Milwaukee’s first Summerfest with a three-weekend format (but not the last) called it a Saturday night, but not before some of the music festival’s brightest moments.
Being a relatively new but famous artist can cut two paths with a long hiatus like a global pandemic.
The Black Pumas fit those two projects, releasing their acclaimed debut album in mid-2019 and being nominated for Best New Artist Album at the 2020 Grammy Awards – just two months before the world stops.
A year and a half later, the soul and R&B duo of singer Eric Burton and guitarist Adrian Quesada were on stage at the BMO Harris Pavilion on the closing night of a delayed 2021 Summerfest. With a large and enthusiastic crowd filling most of the seats in the amphitheater, the Black Pumas wasted no time in making up for lost time.
Emerging from the smoky wings of the stage, Burton stood in the limelight to toast before his incredibly moving voice pierced the night over the sultry groove of âNext to Youâ.
“Swing with me, Milwaukee!” he apologized. “I see you swinging. Let’s swing all night.
Partly hype man, mostly soul man, Burton ran to the edge of the stage to elicit screams. On “Old Man” he counted a side shuffle that the crowd followed while Queseda chose the syncopated melody, which turned into a two-beat bossa nova.
Two backing singers and three musicians added depth to The Black Puma’s already lush vibe. Soon Burton jumped into the pit and walked around the crowd chanting, “I wanna hit him with you.” It’s been far too long!
Indeed. Milwaukee will be ready to strike with the Black Pumas at any time.
– Erik Ernst, special at Journal Sentinel
Ten years ago, after auditioning right here in Milwaukee, Scotty McCreery won âAmerican Idol,â with a deep country voice reminiscent of Randy Travis’ tone and style. It was an exciting time for fans of this already classic country sound.
But when you win “Idol” the pop sounds are calling and McCreery has done a good job of ranking some hit singles that have largely followed the modern country pattern. They succeeded but never artistically matched McCreery’s promise.
A decade – and a new record label – later, McCreery found his way back to a sound and philosophy closer to the big ‘hat’ acts of the ’80s and’ 90s, albeit with a baseball cap. upside down in place of the cowboy style on his now goatee baby face.
His headlining set on Saturday night at the Briggs & Stratton Big Backyard proved to be a perfect fit.
On âSame Truck,â the title track from his new album, McCreery strummed an acoustic guitar in front of his talented five-piece group and sang an ode to unity, regardless of our diverse backgrounds.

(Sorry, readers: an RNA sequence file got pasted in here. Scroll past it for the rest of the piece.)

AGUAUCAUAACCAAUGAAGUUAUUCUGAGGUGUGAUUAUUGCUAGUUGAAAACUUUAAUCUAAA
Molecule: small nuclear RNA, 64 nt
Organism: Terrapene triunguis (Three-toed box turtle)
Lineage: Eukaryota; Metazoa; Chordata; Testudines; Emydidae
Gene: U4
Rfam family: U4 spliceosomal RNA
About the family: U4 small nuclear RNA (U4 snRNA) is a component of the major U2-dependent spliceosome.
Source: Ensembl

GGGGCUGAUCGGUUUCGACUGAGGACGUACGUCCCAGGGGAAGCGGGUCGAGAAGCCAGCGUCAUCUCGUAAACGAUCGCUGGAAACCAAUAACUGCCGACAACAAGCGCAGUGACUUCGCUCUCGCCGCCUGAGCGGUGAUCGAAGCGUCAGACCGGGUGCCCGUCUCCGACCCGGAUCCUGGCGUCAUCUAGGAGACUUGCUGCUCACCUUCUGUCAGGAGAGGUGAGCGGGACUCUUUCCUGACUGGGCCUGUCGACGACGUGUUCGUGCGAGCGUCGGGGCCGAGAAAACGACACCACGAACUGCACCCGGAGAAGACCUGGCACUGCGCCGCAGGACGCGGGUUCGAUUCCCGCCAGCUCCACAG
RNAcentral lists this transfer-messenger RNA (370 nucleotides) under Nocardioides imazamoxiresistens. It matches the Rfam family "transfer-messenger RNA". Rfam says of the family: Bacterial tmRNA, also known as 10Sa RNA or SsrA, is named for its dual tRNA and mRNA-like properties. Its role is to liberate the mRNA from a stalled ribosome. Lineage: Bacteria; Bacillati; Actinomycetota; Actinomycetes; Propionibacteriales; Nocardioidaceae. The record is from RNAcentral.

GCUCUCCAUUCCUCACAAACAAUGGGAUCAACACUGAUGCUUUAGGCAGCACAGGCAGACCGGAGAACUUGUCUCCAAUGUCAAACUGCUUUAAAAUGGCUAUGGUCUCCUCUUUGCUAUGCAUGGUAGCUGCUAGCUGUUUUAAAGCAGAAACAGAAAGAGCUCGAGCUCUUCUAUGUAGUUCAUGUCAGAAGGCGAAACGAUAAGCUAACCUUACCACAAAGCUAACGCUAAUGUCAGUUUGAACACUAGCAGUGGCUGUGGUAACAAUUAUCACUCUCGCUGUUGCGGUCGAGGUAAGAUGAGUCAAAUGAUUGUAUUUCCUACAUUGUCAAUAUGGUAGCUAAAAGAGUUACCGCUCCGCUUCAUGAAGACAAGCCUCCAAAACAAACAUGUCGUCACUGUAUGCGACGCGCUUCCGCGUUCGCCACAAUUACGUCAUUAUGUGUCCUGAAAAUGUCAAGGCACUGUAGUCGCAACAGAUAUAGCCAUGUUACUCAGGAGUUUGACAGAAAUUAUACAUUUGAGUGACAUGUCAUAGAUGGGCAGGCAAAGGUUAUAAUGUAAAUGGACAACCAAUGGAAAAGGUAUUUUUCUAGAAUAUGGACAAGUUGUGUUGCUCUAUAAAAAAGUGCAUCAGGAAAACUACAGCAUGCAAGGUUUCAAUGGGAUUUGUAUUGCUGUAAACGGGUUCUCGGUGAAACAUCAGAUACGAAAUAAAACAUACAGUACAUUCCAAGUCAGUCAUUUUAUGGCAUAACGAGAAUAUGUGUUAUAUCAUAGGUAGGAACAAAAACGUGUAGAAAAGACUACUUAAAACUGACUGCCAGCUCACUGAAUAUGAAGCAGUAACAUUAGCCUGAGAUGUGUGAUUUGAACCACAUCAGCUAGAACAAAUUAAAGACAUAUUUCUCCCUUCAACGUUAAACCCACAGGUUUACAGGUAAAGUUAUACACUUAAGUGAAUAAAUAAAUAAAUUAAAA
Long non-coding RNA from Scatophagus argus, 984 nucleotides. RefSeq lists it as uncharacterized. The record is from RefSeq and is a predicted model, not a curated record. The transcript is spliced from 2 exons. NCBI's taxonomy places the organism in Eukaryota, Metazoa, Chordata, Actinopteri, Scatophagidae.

The tracks from 2018’s “Seasons Change” followed a similar path. On “Wherever You Are,” McCreery yearned for a distant love that is never far away on a dazzling melody.
“We’re in Milwaukee tonight, baby!” ” He shouted. “We’re here together, let’s do it!” “
A steel pedal whimpered over the balance of “Holy Water and Jim Beam” on “In Between” as McCreery beamed towards the crowd. It was the gaze of an artist who came full circle and found his way home.
– Erik Ernst
Two drummers in green wigs, frontman Wayne Coyne in a bubble and a screen filled with multicolored digital art – it’s a Flaming Lips show.
After some technical difficulties on Saturday night on the Generac Power Stage, Coyne cautiously exited and then jumped into his usual plastic bubble. He followed up with a short speech on the detrimental effects COVID-19 has had on his hometown of Oklahoma City.
But the psychedelic rockers still managed to achieve a magnetic performance. “All We Have Is Now” and “Yoshimi Battles the Pink Robots Part 1”, completed by a giant robot, set the tone for the more relaxed ensemble.
The only real downside was that Coyne sometimes had to draw applause from the crowd, ordering them to “keep yelling” and shout “It’s Saturday night!” To be fair, he was in a bubble; he couldn’t hear anything (a fact that he eventually came to terms with later in the series).
The Flaming Lips were a great ending to Summerfest. The group left everyone thrilled instead of being amplified – the perfect amount of chill for a chilly September night.
– Damon Joy, special at Sentinel Journal
âThe Percussion Queenâ (and my ’80s crush) Sheila E. filled the Johnson Controls World Sound scene to the brim. The band was all dressed in white, the drummer being one of us from Milwaukee.
Beginning with a cover of The Beatles’ “Come Together”, Sheila showed off her singing lineup before furiously heading into town on her little percussion set in the center of the stage. Later, she walked around with the cymbal still on the stand, hitting it successively with the group.